Configure SAP NetWeaver with AnyDB on Azure VMs

Completed

SAP NetWeaver with AnyDB on Azure VMs

The following reference architecture exhibits a set of proven practices for running SAP NetWeaver in a Windows environment on Azure with high availability. The database is AnyDB, the SAP term for any supported DBMS besides SAP HANA. This architecture is deployed with specific virtual machine (VM) sizes that can be changed to accommodate your organization's needs.

High-level architecture

Reference architecture for SAP NetWeaver (Windows) for AnyDB on Azure VMs

Architectural components

The architecture consists of the following infrastructure and key software components:

  • Virtual network. The Azure Virtual Network service securely connects Azure resources to each other. The virtual network also connects to an on-premises environment via virtual gateway provisioned as part of ExpressRoute or Site-to-Site connection. In a typical VDC design, this virtual gateway resides in the virtual network that serves as the hub of a hub-spoke hierarchy consisting of multiple, peered virtual networks. The spokes represent individual virtual networks hosting the SAP applications and database tiers.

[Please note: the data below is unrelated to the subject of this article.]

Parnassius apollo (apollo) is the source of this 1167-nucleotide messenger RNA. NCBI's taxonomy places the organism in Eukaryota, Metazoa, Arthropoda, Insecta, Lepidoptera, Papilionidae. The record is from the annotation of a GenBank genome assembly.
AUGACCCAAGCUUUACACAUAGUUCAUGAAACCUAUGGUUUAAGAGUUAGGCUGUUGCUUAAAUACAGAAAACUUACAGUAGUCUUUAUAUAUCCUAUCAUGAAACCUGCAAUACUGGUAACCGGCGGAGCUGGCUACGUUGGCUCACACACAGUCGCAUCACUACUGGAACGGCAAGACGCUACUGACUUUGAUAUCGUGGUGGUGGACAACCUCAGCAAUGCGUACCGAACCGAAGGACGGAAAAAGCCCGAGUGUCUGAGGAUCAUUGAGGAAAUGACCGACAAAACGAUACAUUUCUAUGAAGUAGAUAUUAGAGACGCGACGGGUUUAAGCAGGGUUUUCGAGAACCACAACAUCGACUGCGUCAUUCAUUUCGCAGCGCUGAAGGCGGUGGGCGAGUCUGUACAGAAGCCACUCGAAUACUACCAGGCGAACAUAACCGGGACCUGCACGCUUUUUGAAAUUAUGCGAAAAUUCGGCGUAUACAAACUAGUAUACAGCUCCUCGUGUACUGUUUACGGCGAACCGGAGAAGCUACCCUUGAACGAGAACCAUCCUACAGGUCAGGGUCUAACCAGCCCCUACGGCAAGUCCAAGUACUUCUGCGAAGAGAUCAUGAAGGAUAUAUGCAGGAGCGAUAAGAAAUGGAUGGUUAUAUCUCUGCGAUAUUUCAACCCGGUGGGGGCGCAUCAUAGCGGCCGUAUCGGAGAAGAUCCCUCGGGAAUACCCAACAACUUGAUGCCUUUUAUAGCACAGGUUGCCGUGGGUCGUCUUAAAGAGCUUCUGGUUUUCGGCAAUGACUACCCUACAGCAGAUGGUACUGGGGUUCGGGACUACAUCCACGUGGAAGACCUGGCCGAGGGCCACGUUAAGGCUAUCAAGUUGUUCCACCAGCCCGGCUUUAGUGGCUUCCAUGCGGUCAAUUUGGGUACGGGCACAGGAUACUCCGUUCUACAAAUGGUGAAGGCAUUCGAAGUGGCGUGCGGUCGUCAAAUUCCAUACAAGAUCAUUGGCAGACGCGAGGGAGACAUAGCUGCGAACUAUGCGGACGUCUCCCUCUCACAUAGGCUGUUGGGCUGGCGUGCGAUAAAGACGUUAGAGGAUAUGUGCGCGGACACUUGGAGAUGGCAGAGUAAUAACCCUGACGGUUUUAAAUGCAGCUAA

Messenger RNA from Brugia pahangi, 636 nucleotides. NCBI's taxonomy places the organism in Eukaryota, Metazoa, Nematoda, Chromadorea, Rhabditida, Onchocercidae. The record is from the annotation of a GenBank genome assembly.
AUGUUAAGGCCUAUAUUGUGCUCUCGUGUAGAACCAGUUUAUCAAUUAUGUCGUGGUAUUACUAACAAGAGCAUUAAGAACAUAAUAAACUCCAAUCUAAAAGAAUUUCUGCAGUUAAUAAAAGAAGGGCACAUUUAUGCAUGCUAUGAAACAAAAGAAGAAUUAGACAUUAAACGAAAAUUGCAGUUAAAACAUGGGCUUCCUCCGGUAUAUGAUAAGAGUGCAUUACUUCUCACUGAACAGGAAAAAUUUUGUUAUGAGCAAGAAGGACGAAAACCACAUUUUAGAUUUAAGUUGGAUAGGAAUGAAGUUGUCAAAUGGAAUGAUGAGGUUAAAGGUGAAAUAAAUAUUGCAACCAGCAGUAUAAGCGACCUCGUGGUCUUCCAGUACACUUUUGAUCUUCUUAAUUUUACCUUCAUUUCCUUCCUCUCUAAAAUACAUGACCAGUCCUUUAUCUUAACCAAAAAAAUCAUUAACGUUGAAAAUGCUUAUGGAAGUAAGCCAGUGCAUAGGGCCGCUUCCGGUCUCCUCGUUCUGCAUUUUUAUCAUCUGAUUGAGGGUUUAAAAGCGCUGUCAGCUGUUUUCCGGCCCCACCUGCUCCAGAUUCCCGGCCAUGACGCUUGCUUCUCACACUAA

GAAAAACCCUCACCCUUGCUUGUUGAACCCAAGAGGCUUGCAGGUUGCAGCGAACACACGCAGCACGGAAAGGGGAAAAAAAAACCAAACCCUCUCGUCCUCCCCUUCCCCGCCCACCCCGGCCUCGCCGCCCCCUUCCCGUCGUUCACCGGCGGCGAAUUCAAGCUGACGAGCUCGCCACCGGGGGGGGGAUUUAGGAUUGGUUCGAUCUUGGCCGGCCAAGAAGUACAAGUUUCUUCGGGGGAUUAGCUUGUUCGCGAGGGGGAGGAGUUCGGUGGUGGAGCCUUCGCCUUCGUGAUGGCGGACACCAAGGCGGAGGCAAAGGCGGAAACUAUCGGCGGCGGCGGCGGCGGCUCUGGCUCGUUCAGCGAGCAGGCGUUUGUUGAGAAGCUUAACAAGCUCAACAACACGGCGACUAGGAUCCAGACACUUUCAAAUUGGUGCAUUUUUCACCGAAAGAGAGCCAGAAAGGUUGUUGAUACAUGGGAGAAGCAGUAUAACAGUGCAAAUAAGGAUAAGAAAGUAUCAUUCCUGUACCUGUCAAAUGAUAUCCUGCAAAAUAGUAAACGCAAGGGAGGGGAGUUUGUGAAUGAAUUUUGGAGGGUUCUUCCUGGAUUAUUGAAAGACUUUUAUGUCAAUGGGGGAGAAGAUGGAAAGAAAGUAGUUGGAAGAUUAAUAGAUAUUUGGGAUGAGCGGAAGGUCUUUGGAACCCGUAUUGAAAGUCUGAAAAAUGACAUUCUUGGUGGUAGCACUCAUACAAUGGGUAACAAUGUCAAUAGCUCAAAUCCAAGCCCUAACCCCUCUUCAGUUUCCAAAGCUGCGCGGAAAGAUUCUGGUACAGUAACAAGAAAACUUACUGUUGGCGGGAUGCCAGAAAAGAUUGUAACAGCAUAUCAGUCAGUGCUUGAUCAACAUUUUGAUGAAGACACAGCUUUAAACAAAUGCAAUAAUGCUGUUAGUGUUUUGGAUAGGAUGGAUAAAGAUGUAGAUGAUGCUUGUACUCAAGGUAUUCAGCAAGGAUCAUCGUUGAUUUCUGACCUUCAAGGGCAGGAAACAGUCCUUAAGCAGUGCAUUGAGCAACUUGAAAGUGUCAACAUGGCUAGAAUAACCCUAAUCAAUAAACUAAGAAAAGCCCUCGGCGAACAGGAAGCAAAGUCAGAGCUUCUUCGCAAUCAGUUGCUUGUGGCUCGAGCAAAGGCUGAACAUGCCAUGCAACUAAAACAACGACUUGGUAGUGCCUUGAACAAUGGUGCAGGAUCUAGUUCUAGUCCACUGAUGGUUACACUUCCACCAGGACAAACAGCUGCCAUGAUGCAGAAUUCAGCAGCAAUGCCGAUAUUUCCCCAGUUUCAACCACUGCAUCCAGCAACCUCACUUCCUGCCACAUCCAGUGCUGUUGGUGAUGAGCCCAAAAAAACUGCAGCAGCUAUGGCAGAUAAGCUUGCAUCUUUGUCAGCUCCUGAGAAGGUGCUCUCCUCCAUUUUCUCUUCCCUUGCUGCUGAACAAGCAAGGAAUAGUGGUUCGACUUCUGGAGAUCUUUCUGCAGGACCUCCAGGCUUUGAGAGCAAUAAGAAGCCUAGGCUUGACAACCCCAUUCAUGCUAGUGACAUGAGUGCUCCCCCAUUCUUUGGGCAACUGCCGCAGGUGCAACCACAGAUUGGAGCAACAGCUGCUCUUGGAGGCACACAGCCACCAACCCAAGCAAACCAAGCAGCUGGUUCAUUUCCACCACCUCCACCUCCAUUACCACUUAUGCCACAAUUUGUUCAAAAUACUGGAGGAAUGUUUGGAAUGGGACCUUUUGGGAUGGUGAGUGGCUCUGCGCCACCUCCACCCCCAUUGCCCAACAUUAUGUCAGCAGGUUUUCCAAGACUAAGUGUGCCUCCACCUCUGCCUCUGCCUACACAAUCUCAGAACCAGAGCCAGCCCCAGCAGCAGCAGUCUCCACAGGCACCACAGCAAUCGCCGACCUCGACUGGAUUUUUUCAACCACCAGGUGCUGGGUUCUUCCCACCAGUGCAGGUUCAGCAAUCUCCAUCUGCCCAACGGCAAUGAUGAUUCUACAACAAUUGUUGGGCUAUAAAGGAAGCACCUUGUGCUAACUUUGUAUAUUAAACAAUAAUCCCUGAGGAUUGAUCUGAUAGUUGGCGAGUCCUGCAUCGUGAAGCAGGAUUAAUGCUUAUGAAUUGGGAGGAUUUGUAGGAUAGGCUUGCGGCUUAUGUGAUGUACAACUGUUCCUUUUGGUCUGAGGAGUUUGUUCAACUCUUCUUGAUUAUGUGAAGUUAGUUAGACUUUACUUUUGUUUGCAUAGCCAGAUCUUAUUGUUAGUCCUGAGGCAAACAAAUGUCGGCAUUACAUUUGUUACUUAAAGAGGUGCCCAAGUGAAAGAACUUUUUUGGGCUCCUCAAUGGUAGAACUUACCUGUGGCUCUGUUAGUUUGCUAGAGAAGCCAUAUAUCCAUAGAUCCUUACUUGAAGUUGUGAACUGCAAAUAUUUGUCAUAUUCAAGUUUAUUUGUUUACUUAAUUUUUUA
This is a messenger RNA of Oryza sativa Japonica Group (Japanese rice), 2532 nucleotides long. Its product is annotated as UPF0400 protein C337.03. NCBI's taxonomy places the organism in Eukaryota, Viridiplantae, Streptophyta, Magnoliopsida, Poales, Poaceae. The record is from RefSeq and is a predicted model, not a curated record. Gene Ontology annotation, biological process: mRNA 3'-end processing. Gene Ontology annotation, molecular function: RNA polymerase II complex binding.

• Subnets. Each virtual network is typically divided into separate subnets hosting application (SAP NetWeaver) and database tiers. There might be also additional subnets hosting infrastructure services (such as Active Directory domain controllers) and serving the role of network perimeter (containing jumpbox Azure VMs) – although these commonly reside in the hub virtual network.

  • Virtual machines. Azure VMs host the application tier and database tier components, grouped as follows:

    • SAP NetWeaver. The application tier runs SAP Central Services and SAP application servers.

    • AnyDB. The database tier runs AnyDB as the source database, such as Microsoft SQL Server, Oracle, or IBM DB2.

    • Jumpbox. Also called a bastion host. This Azure VM runs hardened operating system instance that administrators use to connect to the other virtual machines. It can run Windows or Linux. Use a Windows jumpbox to run tools such as HANA Cockpit or HANA Studio.